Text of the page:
Time has come to raise Missouri's cigarette tax
The Kansas City Star
It’s not often a single vote can make a state smarter, healthier and more prosperous.
But Missourians have the chance to achieve all of those things on Nov. 6 by voting Yes on Proposition B. The ballot measure increases the tax on tobacco products by a rate that would add 73 cents to the cost of a pack of cigarettes.
Here are a few of the many reasons Missouri voters should get this done:
It’s a chance to climb out of the cellar without firing a general manager or breaking in a new quarterback.
At 17 cents a pack, Missouri’s cigarette tax is dead last among the 50 states and the District of Columbia. That’s embarrassing. And foolish. A state that can’t afford to adequately fund schools and services is subsidizing an expensive habit with the nation’s lowest tobacco tax.
It would add years to lives.
Missouri has the nation’s 39th lowest life expectancy. It is one of just seven states where the life expectancy for women in a significant number of counties is actually decreasing.
Not coincidentally, Missouri has the nation’s 11th highest smoking rate, at 21 percent of adults and 19.5 percent of high school students. Its citizens are diagnosed with cancer, high blood pressure and heart disease at higher rates than national norms.
By motivating people, especially teenagers, to smoke less or not at all, the increased cigarette tax is projected to stop 22,000 Missourians from dying prematurely over five years.
It would lighten a financial burden on everyone.
Missouri’s ridiculously low cigarette tax costs the state’s Medicaid program $532 million a year — an expense that must be recouped through state and federal taxes. The overall health costs caused by smoking are estimated at $2.13 billion a year, which all consumers pay for in higher insurance rates and hospital costs.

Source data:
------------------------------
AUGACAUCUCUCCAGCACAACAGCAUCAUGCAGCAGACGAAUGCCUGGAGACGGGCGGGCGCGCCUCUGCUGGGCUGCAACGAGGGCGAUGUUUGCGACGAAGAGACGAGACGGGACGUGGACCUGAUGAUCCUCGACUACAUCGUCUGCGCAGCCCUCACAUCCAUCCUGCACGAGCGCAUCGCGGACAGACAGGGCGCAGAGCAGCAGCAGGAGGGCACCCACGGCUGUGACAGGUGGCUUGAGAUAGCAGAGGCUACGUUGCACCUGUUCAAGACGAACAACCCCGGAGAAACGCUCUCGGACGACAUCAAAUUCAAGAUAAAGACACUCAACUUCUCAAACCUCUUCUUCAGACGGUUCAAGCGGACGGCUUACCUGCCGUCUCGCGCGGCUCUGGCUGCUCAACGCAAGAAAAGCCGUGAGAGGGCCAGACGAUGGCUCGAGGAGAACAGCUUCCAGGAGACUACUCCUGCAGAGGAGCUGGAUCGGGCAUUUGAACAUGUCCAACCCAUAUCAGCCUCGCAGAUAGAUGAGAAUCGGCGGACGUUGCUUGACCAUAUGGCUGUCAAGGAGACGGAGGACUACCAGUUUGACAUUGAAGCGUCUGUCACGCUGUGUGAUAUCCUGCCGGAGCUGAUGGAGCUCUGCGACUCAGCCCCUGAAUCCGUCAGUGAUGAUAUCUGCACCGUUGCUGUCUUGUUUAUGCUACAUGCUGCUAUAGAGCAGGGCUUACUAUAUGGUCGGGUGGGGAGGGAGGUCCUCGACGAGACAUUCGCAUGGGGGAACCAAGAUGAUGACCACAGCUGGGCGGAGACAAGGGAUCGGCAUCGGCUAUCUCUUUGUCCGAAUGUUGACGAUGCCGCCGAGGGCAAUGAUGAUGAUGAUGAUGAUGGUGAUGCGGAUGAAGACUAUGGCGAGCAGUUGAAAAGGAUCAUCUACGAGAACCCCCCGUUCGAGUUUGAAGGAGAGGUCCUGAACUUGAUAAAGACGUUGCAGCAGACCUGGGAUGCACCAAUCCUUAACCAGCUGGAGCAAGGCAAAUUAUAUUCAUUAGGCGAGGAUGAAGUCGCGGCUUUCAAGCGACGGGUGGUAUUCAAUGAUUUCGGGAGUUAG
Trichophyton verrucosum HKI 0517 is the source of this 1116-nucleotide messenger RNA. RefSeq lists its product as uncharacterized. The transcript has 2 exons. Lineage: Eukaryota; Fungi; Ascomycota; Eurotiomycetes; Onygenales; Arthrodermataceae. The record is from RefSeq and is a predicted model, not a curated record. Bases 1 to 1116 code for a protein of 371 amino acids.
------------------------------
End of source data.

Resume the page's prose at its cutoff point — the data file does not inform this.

It would help schools.
Proposition B wisely creates a Health and Education Trust Fund to safeguard the money the state would receive from the higher cigarette tax — about $283 million a year.
By statute, half of the new revenue would be used to fund public elementary and secondary schools. Thirty percent would be spent to help the state’s colleges and universities expand health care-related curriculums such as nursing.
The remaining 20 percent would fund programs to keep people from smoking, or help smokers to quit. Missouri is one of the few states that currently invests no funding toward reducing tobacco use.
Importantly, the ballot measure specifies that money from a higher cigarette tax must be treated as new funding and not simply as a replacement for money the state currently spends on schools and universities. An annual audit is required to make sure that is happening.
Plenty of other benefits would be gained by passage of Proposition B. Among other things, the state would steer clear of legal jeopardy because the ballot measure smartly closes a loophole in state law that gives a big financial advantage to small tobacco companies that sell off-brand cigarettes in the state.
Opponents of the proposal, led by the small cigarette makers and convenience store owners, protest weakly that a higher tobacco tax would damage the state’s economy by reducing demand and discouraging consumers in neighboring states from purchasing cigarettes in Missouri.
It’s insulting to suggest that Missouri’s economic well-being depends on the sale of cheap cigarettes. Healthy, productive workers and good schools and universities are much better drivers of economic competitiveness.
State lawmakers and Gov. Jay Nixon have shamefully ducked their responsibility to lower Medicaid costs, help schools and make the state healthier by calling for a higher tobacco tax. A broad coalition of health and education advocates did the hard work of getting Proposition B on the ballot. Voters will do good on a multitude of fronts by approving it.